1. apocalyptic sublimity I
  2. apocalyptic sublimity II
  3. apocalyptic sublimity III
  4. apocalyptic sublimity IV

This conversation largely began for me with the film Children of Men and the book, The Road by Cormac McCarthy. These pop cultural sources seemed to be resonating with many others as evidenced in previous installments linked above or as Rough Theory has dubbed them - the cliff notes for the apocalypse! See also the Blogocalypse at Mostly Harmless (now that has to be a candidate for new word of the year!)

This conversation is starting to come full circle with K-Punk's excellent analysis of Children of Men. What is of special merit from that post for me are the following points regarding why the film feels so contemporary.

Firstly, the film is dominated by the sense that the damage has been done. The catastrophe is neither waiting down the road, nor has it already happened. Rather, it is being lived through. There is no punctual moment of disaster; the world doesn't end with a bang, it winks out, unravels, gradually falls apart. What caused the catastrophe to occur, who knows; its cause lies long in the past.

Secondly, Children of Men is a dystopia that is specific to late capitalism. If, as Wendy Brown has so persuasively argued, neo-liberalism and neo-conservatism can be made compatible only at the level of dreamwork, then Children of Men renders this oneiric suturing as a nightmare. In Children of Men, public space is abandoned, given over to uncollected garbage and to stalking animals. But, contrary to neo-liberal fantasy, there is no withering away of the State, only a stripping back of the State to its core military and police functions. In this world, as in ours, ultra-authoritarianism and Capital are by no means incompatible: internment camps and franchise coffee bars co-exist.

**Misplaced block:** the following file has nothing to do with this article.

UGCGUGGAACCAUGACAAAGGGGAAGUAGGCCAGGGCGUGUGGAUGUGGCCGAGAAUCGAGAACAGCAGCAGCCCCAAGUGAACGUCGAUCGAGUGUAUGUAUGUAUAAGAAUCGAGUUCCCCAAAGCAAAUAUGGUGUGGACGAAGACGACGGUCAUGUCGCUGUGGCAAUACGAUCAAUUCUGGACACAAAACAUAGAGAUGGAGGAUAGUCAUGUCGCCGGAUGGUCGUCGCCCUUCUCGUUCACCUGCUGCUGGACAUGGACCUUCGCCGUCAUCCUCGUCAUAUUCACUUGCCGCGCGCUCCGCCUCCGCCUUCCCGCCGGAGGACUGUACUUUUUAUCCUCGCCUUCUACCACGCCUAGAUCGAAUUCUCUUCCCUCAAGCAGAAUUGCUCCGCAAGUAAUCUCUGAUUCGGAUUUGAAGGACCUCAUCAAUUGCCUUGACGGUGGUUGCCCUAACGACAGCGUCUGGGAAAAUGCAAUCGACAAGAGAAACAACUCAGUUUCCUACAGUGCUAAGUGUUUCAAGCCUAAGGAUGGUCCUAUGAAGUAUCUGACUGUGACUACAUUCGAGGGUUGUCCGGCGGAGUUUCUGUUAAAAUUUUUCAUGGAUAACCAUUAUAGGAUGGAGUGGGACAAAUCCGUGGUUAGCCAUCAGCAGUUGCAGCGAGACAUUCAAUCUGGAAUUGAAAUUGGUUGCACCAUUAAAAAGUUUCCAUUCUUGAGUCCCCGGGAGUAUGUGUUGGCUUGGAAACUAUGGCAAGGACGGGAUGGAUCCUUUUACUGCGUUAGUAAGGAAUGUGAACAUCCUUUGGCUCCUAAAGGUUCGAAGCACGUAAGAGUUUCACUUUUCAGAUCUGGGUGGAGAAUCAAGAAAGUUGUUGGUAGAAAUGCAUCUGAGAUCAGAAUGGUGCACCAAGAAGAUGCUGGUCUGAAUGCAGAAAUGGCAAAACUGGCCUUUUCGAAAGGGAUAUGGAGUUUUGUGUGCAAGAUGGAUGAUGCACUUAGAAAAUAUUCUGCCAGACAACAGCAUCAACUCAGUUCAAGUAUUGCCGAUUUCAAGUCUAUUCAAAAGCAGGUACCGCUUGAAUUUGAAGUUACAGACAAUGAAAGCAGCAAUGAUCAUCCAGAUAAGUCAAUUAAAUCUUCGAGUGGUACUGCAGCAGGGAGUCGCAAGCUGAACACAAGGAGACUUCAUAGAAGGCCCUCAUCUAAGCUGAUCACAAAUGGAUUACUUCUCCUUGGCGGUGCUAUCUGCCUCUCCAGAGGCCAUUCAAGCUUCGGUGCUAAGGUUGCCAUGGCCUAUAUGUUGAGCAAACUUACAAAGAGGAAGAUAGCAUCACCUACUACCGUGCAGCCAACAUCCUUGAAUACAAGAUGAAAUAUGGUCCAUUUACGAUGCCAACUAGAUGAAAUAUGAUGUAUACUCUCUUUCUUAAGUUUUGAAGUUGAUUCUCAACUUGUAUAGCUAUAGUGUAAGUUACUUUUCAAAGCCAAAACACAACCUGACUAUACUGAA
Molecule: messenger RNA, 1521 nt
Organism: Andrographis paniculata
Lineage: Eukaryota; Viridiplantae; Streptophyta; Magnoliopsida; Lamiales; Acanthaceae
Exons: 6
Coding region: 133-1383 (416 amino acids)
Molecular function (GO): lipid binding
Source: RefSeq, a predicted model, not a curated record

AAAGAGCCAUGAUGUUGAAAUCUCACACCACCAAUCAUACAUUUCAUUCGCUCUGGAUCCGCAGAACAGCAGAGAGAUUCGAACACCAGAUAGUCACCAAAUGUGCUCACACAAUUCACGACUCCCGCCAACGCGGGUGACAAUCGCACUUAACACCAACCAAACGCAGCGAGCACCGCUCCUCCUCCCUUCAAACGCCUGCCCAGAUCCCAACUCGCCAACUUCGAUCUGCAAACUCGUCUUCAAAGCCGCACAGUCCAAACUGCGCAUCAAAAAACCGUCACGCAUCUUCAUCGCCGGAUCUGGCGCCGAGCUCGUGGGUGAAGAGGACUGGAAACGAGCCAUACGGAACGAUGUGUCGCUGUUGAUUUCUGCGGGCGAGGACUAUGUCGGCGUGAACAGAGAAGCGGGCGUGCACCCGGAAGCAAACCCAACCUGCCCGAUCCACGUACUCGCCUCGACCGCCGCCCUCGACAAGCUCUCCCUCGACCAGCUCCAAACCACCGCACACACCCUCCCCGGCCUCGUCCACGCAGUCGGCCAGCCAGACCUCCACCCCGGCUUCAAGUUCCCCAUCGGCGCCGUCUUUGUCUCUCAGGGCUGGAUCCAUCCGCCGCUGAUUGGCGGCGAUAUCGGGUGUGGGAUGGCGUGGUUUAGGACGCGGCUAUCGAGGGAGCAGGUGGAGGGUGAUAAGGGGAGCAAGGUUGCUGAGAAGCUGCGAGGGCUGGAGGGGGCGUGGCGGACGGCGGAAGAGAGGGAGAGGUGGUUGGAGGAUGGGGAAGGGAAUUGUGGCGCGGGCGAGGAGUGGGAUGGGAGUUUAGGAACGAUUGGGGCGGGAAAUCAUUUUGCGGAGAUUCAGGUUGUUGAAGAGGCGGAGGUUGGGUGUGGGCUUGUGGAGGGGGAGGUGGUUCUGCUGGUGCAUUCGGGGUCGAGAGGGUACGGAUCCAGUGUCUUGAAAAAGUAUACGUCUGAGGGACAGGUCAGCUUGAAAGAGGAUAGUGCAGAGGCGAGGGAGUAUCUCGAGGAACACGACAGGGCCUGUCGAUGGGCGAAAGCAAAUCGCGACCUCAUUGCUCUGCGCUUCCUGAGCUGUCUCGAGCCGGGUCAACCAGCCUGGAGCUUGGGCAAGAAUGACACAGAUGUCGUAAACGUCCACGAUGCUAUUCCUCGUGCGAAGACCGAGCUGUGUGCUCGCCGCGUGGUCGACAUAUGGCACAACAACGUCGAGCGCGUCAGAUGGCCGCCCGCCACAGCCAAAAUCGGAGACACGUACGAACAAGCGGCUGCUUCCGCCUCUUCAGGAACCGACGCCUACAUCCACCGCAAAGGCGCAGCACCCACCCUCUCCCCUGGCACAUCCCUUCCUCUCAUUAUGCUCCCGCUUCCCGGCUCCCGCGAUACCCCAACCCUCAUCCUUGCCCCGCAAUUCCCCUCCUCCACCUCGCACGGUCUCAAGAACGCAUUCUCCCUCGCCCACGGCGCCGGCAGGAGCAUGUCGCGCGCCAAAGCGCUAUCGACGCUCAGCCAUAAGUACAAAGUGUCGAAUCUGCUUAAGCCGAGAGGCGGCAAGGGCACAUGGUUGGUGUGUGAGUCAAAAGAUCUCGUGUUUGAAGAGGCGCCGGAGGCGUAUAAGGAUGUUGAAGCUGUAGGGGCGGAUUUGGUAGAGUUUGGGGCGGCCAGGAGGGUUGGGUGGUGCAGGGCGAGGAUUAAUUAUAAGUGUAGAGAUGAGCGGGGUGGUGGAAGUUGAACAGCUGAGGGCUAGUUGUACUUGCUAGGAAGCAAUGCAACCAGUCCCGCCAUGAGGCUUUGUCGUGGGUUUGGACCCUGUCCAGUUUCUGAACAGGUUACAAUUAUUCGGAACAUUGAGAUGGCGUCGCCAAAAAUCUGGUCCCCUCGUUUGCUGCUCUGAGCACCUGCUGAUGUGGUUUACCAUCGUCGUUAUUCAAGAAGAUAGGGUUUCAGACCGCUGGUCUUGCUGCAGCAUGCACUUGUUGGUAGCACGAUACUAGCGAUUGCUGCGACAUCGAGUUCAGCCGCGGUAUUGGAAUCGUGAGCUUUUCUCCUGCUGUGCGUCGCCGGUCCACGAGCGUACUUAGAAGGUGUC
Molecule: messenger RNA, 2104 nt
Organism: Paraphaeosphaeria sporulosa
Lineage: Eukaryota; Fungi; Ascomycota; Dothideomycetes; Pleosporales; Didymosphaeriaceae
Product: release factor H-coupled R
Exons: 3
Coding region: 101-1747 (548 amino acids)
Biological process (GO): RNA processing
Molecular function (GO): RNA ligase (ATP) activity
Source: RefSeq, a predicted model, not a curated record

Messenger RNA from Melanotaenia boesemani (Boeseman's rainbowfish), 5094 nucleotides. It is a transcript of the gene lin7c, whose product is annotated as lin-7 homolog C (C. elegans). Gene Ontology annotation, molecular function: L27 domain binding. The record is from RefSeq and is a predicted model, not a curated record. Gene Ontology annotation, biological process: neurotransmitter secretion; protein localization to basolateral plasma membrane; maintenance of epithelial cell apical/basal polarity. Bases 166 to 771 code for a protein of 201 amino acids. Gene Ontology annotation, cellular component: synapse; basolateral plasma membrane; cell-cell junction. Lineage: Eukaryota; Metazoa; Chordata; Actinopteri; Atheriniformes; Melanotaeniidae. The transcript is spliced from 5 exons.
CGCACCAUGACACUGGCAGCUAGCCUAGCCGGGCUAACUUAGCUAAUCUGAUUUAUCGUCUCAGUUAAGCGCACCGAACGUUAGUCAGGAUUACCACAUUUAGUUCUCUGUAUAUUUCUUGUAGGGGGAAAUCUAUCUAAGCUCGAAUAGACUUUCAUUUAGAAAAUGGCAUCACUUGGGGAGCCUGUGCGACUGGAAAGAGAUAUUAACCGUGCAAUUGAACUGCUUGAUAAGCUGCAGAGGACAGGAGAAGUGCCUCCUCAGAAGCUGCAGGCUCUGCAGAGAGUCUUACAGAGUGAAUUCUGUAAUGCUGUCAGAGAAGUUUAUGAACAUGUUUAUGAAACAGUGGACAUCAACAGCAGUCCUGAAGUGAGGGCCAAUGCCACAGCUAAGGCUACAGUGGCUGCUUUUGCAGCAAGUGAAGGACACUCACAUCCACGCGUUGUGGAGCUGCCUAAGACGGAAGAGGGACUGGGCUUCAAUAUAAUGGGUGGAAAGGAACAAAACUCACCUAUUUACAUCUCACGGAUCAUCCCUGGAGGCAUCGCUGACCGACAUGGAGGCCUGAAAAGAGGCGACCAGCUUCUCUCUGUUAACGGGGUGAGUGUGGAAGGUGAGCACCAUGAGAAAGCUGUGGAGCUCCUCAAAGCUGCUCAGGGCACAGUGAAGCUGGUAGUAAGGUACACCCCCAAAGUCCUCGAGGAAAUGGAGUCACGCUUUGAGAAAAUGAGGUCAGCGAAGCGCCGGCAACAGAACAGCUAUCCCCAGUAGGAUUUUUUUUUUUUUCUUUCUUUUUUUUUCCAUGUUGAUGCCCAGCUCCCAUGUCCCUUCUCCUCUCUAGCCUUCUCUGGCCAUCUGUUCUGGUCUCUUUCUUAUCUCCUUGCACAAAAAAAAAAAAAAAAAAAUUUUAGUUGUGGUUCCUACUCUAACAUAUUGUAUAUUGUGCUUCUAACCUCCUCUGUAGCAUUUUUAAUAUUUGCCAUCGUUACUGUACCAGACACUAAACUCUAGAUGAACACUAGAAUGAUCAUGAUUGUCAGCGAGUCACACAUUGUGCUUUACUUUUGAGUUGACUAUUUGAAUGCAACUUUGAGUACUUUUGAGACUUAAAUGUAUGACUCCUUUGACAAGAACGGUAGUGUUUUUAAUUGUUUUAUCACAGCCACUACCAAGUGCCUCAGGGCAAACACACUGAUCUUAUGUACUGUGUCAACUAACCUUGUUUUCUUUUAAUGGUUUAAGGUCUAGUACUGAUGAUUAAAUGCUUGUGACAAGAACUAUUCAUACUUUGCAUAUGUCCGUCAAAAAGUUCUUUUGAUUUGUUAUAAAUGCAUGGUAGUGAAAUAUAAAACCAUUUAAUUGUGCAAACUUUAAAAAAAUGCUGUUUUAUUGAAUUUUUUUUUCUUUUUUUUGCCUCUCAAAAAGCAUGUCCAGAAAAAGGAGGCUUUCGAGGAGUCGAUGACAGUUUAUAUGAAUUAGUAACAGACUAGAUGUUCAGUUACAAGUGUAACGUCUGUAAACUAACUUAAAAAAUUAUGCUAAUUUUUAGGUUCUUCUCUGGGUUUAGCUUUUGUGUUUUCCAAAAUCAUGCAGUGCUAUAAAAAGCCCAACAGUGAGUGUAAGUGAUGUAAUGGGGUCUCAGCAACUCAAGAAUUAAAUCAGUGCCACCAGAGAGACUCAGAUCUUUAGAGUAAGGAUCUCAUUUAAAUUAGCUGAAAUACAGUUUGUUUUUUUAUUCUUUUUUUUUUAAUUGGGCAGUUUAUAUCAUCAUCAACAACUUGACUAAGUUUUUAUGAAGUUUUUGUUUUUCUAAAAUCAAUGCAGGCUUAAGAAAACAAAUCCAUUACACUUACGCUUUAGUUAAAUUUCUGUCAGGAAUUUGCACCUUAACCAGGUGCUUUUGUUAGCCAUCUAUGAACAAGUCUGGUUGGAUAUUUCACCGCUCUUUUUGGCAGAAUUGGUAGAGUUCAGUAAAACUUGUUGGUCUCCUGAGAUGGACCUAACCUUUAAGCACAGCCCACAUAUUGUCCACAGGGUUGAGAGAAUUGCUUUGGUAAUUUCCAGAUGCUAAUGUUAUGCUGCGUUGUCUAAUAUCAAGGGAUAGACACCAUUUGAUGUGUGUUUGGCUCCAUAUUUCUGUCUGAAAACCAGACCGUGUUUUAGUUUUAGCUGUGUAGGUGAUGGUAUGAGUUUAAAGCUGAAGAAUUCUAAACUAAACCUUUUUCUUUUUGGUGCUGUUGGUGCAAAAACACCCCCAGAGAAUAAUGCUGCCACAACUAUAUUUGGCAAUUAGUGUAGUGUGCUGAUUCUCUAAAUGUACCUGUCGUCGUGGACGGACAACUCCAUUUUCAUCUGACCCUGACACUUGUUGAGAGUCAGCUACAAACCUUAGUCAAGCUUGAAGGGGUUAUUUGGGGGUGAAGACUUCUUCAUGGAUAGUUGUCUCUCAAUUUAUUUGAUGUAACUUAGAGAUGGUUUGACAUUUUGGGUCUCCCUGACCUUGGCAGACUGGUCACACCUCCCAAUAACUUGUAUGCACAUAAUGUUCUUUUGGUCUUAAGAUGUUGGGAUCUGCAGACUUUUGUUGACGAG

The third reason that Children of Men works is because of its take on cultural crisis. It's evident that the theme of sterility must be read metaphorically, as the displacement of another kind of anxiety. (If the sterility were to be taken literally, the film would be no more than a requiem for what Lee Edelman calls 'reproductive futurism', entirely in line with mainstream culture's pathos of fertility.) For me, this anxiety cries out to be read in cultural terms, and the question the film poses is: how long can a culture persist without the new? What happens if the young are no longer capable of producing surprises?